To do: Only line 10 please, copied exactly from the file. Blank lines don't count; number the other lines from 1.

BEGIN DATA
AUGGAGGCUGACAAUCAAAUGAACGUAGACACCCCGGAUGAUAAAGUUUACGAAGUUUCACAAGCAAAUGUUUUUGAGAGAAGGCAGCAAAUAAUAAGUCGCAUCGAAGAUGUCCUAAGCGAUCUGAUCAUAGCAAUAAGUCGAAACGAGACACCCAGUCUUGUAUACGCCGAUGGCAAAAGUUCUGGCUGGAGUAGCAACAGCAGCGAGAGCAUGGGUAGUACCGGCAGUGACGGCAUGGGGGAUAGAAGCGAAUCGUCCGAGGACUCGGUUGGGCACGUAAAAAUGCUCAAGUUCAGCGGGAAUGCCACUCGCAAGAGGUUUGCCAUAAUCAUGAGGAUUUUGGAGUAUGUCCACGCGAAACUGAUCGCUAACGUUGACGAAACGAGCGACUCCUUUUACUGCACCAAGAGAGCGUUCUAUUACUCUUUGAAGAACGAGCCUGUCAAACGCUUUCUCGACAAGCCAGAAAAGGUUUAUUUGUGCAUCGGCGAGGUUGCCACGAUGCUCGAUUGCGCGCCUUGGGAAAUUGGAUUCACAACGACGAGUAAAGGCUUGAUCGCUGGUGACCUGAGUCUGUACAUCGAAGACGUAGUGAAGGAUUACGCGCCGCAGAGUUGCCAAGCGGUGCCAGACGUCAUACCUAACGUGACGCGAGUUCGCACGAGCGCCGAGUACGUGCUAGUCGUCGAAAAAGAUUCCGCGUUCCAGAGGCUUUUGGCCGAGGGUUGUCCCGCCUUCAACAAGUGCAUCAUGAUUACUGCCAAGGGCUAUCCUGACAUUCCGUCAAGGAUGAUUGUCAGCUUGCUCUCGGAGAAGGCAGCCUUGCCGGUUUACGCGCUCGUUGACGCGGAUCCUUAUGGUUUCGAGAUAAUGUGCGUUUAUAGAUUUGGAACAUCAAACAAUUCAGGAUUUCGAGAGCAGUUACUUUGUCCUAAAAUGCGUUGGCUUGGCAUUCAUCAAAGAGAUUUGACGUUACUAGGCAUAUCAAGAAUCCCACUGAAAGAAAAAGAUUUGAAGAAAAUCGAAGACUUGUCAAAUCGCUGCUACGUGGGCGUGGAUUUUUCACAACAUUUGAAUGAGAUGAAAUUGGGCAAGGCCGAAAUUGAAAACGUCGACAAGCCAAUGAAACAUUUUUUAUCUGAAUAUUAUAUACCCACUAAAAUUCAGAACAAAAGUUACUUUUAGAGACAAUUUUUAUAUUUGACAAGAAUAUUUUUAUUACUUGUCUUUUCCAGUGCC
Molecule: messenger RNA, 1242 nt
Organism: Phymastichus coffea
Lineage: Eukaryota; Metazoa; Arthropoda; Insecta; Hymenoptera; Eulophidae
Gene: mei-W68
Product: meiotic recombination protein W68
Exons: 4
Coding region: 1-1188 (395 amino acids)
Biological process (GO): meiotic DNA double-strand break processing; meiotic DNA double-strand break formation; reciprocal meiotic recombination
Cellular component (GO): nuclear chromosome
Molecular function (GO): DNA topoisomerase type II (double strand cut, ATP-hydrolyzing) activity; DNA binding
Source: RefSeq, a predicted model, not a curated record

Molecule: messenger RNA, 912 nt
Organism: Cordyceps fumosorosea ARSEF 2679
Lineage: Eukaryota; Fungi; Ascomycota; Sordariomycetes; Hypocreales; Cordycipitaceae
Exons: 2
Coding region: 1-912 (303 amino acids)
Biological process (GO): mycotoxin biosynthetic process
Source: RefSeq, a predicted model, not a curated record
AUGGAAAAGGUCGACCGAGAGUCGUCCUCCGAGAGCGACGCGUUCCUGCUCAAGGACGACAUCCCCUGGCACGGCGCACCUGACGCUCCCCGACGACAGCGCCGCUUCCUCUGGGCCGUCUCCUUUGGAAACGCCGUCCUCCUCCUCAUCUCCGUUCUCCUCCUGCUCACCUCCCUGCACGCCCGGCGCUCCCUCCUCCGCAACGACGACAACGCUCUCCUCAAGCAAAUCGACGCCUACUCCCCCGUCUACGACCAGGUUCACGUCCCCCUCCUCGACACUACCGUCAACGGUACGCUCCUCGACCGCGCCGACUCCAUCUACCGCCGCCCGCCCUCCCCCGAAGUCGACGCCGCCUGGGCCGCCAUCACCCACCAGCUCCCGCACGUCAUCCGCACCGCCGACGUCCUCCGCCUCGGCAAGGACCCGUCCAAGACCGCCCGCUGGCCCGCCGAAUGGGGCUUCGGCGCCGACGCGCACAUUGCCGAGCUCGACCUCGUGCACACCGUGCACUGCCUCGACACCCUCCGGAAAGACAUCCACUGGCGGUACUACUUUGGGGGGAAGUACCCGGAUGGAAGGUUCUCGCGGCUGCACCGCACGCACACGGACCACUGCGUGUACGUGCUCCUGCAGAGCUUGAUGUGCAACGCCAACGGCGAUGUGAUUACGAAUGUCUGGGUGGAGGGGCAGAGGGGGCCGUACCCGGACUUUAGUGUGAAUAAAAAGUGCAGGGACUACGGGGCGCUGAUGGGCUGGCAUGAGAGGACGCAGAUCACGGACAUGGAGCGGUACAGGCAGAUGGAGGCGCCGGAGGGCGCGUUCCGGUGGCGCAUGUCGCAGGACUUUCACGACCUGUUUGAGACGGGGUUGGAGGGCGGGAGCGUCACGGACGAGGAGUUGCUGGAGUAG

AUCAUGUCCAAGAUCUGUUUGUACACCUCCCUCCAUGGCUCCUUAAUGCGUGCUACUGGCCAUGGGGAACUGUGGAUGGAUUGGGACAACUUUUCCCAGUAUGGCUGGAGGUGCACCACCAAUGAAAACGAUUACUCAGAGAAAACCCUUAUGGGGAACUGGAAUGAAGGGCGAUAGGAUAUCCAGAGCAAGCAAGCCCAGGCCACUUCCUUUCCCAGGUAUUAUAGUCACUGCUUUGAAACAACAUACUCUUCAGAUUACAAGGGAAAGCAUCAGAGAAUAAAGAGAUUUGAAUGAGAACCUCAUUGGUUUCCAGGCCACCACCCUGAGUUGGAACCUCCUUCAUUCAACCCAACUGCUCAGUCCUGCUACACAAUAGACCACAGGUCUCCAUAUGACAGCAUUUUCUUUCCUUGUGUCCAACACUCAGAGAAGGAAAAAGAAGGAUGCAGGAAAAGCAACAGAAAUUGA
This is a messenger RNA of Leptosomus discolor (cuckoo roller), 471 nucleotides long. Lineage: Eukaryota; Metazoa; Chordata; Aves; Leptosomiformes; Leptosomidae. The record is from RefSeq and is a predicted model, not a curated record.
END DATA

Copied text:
Cellular component (GO): nuclear chromosome